Norwegian English
Eplet blir spist. The apple is eaten.

The other way to form the passive is with an -s ending on a verb. This method is more abstract, more formal, and more likely to appear in written texts.

Norwegian English
Eplet spises. The apple is eaten.

Either passive form can be combined with future constructions (and the bli-form with past constructions) to change the tense of the passive verb.

Norwegian English
Eplet ble spist. The apple was eaten.
Eplet skal bli spist. The apple will be eaten.
Eplet skal spises. The apple will be eaten.

Vocabulary
å økes to be increased
å elskes to be loved
å nektes to be denied
å trykkes to be printed
å kritiseres to be criticized
[s] assorted passive verbs
født born
elsket loved
avhørt questioned
trykket printed
produsert produced

Future updated 2019-08-29

Future

Let's talk about the future. There are three different ways to express future in Norwegian.


The Present Tense

The present tense can be used to talk about the future, especially when it is certain. To make sure it is about the future we include some adverb specifying the time. For example:

Jeg reiser i morgen.

I am leaving tomorrow.

Although the same kind of constructions exist in English they are a bit more common in casual Norwegian.


Skal & Vil

It is also possible to use the auxillary verbs skal and vil and the infinitve. In Norwegian, skal and vil are the equivalent of the English verbs shall and will, as in I shall or I will. Note that skal does not sound anyway near as formal as shall in English.

Jeg skal ta eksamen til våren.

I shall take the examination this spring.

Det vil snø i fjellet.

It will snow in the mountains.

This construction can be used "modally" as well to express desire and obligation.

Du skal gjøre leksene dine først.

You shall do your homework first.

Jeg vil ikke gå!

I do not want to go!


Kommer til

The third way is to use kommer til with the infinitve of the verb. Kommer til is a bit hard to translate directly, but the closest equivalent would be going to. It is often used when making predictions about what is probably going to happen. In other words, often about things that you can't control.

Jeg tror at det kommer til å regne i morgen.

I think it is going to rain tomorrow.

Hun kommer nok ikke til å like gaven.

She is probably not going to like the gift.


Vocabulary (Tree 4)
skal shall, am going to
vil will, am going to
å følge to follow
å bestille to order
å skynde seg to hurry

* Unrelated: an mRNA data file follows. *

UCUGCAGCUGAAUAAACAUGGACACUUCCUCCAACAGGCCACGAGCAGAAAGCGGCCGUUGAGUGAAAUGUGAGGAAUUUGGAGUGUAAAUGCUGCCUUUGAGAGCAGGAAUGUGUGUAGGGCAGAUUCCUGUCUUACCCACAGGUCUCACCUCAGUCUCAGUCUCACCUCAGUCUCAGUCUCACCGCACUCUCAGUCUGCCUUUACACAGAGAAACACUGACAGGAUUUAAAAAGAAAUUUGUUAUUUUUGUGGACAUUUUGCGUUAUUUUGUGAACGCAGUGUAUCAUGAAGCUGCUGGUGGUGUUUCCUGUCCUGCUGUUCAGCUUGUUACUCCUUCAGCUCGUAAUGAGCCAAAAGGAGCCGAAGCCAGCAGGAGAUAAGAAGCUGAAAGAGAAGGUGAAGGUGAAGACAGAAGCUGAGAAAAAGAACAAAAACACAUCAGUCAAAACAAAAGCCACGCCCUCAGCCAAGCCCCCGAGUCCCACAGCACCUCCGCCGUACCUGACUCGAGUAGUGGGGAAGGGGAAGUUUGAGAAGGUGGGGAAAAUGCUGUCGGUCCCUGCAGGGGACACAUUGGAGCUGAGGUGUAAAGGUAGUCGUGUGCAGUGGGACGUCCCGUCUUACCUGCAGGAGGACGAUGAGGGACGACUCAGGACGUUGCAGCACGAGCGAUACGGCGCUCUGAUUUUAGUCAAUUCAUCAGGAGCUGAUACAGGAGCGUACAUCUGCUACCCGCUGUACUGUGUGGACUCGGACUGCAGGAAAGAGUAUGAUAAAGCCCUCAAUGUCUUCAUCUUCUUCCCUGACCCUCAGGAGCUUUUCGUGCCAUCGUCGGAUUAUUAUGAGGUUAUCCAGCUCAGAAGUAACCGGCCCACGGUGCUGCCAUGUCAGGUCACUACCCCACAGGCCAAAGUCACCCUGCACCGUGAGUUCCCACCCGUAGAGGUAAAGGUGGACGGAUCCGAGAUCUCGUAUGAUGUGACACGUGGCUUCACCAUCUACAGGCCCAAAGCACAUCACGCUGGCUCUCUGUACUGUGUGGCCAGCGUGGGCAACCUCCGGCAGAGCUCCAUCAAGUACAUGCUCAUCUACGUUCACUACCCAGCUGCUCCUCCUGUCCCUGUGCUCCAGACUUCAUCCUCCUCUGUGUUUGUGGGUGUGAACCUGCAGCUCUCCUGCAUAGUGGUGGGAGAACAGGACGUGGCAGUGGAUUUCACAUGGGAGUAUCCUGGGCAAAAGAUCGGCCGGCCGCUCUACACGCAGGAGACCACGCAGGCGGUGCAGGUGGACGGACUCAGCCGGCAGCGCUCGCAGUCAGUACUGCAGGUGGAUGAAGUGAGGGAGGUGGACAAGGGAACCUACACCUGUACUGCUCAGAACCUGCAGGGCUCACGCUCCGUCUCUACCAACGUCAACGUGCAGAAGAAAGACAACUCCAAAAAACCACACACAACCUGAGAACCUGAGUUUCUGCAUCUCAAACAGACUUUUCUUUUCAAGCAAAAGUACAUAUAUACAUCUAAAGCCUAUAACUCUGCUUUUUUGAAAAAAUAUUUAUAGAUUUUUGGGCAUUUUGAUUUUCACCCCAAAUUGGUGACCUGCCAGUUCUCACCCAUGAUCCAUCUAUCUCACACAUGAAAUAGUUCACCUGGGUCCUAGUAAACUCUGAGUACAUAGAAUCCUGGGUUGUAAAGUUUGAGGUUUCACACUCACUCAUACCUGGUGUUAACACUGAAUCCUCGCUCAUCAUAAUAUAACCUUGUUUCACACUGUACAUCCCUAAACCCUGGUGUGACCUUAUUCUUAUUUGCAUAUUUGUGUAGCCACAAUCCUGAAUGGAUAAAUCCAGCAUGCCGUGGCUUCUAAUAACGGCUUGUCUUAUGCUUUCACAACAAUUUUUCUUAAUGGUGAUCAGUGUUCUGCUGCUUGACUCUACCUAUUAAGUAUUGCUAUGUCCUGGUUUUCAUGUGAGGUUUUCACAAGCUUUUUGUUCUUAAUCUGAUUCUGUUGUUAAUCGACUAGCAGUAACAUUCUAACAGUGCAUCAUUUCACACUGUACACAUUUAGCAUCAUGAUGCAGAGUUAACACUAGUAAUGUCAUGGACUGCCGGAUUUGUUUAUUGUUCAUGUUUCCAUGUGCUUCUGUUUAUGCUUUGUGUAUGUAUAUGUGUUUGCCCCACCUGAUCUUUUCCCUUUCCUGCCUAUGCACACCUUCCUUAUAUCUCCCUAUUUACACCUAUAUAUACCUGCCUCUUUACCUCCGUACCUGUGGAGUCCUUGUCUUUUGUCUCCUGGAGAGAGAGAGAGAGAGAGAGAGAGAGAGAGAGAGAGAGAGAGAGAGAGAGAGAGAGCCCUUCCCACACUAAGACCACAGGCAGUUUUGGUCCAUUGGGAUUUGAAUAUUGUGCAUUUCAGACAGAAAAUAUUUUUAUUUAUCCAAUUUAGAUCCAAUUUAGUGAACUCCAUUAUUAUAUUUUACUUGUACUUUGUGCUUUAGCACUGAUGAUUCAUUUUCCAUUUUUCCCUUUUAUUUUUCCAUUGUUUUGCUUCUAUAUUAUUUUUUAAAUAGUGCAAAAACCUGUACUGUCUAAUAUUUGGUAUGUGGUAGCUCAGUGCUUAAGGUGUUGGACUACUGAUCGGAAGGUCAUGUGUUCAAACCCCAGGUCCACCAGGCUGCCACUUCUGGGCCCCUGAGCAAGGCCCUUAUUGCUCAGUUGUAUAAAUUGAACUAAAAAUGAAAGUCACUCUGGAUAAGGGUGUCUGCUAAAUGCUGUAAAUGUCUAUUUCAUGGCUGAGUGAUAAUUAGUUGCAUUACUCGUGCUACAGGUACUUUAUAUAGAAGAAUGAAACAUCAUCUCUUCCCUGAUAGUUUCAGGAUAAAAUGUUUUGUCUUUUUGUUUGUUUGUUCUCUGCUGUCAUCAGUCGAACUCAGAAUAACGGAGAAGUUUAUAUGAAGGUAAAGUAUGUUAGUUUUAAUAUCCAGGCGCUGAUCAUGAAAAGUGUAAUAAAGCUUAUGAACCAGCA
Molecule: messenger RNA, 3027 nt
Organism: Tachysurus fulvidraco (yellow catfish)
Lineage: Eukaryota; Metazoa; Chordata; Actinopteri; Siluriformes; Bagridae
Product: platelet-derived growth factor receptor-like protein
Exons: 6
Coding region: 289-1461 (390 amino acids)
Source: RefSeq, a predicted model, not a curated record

å skje to happen
å lete to search, to look
å henge to hang
å fungere to work, to function
å hvile to rest
å gifte (seg) to marry, to get married
å slutte to stop, to quit
å oppnå to achieve
å påvirke to influence, to impact, to affect
å invitere to invite
overmorgen the day after tomorrow
en/ei stund a while

Sports updated 2019-08-29

Vocabulary (Tree 4)
vant won
tapte lost
å delta to participate, to take part
å sparke to kick
å dykke to dive
et lag a team
en idrett a sport
en spiller a player
en vinner a winner
en kamp a match, a fight
en trener a coach, a trainer
volleyball (m) volleyball
basketball (m) basketball
golf (m) golf
tennis (m) tennis
ishockey (m) ice hockey
en bane a field, a pitch, a track
en/ei turnering a tournament
en deltager a participant
en/ei ski a ski
et løp a race
et steg a step
en verdensmester a world champion

Exercise updated 2019-09-01

Vocabulary
svømt swum
løp ran
å trene to exercise, to train, to work out
å svette to sweat
å løfte to lift
å tøye to stretch
aktiv active
svett sweaty
sterk strong
sliten tired
svak weak
en aktivitet an activity
trening (m/f) exercise, training
en garderobe a locker room
et treningssenter a gym
styrke (m) strength
en øvelse an exercise
en muskel a muscle

Weather updated 2019-08-29

Vocabulary (Tree 4)
regnet rained
å blåse to blow
å varsle to forecast
å skinne to shine
å snø to snow
mild mild
ekstrem extreme
solbrent sunburned
glatt slippery, smooth
en sky a cloud
en vind a wind
et regn a rain
en regnbue a rainbow
kulde (m/f) cold
varme (m) warmth
et værvarsel a weather forecast
et termometer a thermometer
en meteorolog a meteorologist
et lyn a lightning
hagl (n) hail
en/ei tåke a fog
nedbør (m) precipitation
et uvær a storm, a bad weather
en torden a thunder
en frost a frost
en/ei tørke a drought
en/ei hetebølge a heatwave
en temperatur a temperature
en istapp an icicle
et snøskred an avalanche
en snøstorm a snow storm

Weather updated 2021-06-13

Vocabulary (Tree 4)
regnet rained
å blåse to blow
å varsle to forecast
å skinne to shine
å snø to snow
mild mild
ekstrem extreme
solbrent sunburned
glatt slippery, smooth
en sky a cloud
en vind a wind
et regn a rain
en regnbue a rainbow
kulde (m/f) cold
varme (m) warmth
et værvarsel a weather forecast
et termometer a thermometer
en meteorolog a meteorologist
et lyn a lightning
hagl (n) hail
en/ei tåke a fog